Childhood Lost is an autobiographical (self portrait in a different body) ongoing project exploring the nature of portraiture and memory. As a single mother I have found myself exploring notions and representations of childhood. I see my daughter’s experiences of growing up in urban England conflicting with my own experiences of growing up in rural Poland. I must confess that my own childhood is not a source of many happy memories, perhaps the most resonant of which are the times I escaped to a world of fantasy played out in the forests surrounding my home village of Chelmsko. Watching my daughter grow up has in a sense held a mirror to my own memories of the past while experiencing her childhood dreams enacted through play, and storytelling. I find myself in a strange place where I can experience my own memories as well as see my daughter’s childhood through my adult eyes.

It is these notions I am seeking to explore with the Childhood Lost project. Interweaving childhood nostalgia with the stories and myths of my Polish childhood and those that I share with my essentially British daughter, the project is using these ideas to produce a series of portraits that evoke characters that populate this world we know as childhood. A court of characters from myth and dreams. The images are aesthetically inspired by portraiture from the Golden Age of Dutch painting. By drawing on paintings as inspiration I am hoping to give a timeless feel to the final images.

Also key to the project is the painstaking styling and prop building, which I am using to evoke these different personas played out by my daughter. I want to develop the series in to a substantial set of portraits of my daughter playing the characters of childhood, as well as producing more elaborate set pieces embracing a theatricality that would take the project to the next level.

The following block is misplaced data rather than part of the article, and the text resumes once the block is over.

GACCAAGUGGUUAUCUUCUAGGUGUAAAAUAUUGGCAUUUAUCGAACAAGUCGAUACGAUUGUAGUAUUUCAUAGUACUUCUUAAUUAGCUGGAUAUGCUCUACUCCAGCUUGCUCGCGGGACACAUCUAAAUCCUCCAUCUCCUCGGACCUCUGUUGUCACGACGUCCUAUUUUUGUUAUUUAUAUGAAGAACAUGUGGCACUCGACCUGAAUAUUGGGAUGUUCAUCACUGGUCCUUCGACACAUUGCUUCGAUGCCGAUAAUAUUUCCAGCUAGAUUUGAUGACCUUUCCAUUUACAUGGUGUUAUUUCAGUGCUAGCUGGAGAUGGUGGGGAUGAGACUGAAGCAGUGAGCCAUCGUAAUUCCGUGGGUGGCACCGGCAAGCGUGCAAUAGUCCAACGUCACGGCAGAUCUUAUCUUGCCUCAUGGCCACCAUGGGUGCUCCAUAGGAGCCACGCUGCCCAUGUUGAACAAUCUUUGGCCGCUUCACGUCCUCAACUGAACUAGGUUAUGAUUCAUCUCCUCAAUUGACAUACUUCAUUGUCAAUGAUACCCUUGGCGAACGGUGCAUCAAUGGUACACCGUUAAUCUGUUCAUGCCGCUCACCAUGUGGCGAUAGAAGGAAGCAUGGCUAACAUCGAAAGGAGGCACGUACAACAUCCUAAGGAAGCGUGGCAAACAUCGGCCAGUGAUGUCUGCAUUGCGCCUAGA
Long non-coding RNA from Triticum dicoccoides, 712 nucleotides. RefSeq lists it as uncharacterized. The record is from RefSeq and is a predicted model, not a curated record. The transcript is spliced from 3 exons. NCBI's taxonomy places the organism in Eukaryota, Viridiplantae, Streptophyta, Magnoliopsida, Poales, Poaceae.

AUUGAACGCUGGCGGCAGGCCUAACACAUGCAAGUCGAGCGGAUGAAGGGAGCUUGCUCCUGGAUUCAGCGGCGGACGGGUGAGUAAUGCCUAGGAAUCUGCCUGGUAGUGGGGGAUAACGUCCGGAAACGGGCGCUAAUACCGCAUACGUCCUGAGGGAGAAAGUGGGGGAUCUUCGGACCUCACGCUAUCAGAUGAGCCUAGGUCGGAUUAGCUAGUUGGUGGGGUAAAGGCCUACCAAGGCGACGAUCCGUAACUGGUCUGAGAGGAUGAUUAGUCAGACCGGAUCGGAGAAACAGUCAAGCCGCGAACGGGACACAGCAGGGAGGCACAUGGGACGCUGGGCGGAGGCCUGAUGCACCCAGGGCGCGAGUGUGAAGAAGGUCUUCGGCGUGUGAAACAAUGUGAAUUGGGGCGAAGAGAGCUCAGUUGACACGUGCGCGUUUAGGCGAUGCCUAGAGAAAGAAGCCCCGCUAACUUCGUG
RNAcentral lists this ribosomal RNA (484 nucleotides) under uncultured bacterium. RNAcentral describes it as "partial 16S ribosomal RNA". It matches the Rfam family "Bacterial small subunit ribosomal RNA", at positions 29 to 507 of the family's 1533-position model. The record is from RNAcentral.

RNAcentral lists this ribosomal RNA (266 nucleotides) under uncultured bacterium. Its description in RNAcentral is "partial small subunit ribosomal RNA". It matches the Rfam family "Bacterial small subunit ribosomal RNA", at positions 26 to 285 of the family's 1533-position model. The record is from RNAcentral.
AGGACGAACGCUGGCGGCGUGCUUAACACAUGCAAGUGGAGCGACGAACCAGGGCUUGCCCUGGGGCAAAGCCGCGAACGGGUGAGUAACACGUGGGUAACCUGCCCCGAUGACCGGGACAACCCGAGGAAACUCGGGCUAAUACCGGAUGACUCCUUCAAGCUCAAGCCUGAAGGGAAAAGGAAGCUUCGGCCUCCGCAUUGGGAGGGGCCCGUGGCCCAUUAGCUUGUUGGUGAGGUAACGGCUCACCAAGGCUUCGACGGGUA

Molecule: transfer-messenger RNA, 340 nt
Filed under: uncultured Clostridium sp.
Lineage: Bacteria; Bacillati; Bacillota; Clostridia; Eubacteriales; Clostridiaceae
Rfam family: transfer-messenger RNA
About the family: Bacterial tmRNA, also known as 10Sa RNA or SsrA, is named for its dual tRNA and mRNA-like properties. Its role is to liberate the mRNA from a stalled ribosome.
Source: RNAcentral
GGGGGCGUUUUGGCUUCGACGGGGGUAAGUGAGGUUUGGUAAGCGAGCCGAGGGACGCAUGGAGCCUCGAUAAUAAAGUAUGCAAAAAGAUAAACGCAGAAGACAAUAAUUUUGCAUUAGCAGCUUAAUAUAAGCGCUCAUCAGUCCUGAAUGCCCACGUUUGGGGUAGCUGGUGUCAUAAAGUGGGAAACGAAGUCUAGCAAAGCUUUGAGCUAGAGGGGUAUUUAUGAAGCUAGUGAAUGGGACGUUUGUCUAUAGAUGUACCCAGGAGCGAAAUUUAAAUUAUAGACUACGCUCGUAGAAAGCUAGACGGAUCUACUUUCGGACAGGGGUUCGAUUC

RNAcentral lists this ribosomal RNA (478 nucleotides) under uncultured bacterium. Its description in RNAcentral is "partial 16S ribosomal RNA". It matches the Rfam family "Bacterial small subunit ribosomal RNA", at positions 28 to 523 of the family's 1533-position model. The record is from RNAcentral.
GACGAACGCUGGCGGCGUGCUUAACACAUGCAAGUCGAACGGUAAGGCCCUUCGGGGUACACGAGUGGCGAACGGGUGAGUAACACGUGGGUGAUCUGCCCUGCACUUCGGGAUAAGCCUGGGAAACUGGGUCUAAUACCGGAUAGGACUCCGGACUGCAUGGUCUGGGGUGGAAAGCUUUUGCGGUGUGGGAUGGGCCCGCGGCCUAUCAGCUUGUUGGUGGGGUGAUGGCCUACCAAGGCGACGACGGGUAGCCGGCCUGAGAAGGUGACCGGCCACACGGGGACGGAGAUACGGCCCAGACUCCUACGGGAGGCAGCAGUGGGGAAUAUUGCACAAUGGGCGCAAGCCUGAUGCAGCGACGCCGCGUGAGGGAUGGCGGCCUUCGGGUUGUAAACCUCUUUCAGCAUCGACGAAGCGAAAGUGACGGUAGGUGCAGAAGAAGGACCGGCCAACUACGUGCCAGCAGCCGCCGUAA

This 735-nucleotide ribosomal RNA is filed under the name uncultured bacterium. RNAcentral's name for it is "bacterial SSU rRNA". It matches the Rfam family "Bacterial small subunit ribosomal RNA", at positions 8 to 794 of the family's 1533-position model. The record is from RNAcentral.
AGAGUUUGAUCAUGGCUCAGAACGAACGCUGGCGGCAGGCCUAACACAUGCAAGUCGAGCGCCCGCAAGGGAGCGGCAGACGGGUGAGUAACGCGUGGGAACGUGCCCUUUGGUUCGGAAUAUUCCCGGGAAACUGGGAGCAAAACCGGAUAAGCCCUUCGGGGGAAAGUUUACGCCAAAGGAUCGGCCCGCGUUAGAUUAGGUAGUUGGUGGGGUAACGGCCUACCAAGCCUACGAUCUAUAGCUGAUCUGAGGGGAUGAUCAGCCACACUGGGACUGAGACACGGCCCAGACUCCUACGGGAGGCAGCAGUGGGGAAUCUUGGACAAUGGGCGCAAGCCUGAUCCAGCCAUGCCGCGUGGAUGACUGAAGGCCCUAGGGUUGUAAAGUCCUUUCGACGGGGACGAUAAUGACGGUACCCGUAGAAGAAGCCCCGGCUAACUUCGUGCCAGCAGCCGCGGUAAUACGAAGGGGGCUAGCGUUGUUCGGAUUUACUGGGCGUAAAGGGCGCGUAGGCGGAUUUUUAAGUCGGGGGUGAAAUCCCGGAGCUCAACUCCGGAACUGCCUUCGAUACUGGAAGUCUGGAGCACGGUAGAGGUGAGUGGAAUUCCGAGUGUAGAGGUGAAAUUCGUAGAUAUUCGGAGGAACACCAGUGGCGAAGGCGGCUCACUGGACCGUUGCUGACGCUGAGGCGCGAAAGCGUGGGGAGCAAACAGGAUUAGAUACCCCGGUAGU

- Justyna Neryng

Justyna Neryng is a multi-award winning fine art photographer from Poland. She spent much of her childhood playing with her father’s cameras and darkroom while roaming the forests of Chelmsko on the Czech border. As an adult, a mother and an immigrant to Britain, her photography has flourished into a substantial body of portraiture. Perhaps the most evocative of her works are her exquisitely emotive self-portraits that seem to carry the dark spirit of the forest from her childhood as well as potently baring the scars of modern womanhood. They show vulnerability and intimate eroticism as well as a deep sense of isolation and alienation. It is these portraits that have been most published and exhibited in both her Polish homeland and in the UK.

Visit Justyna Neryng’s site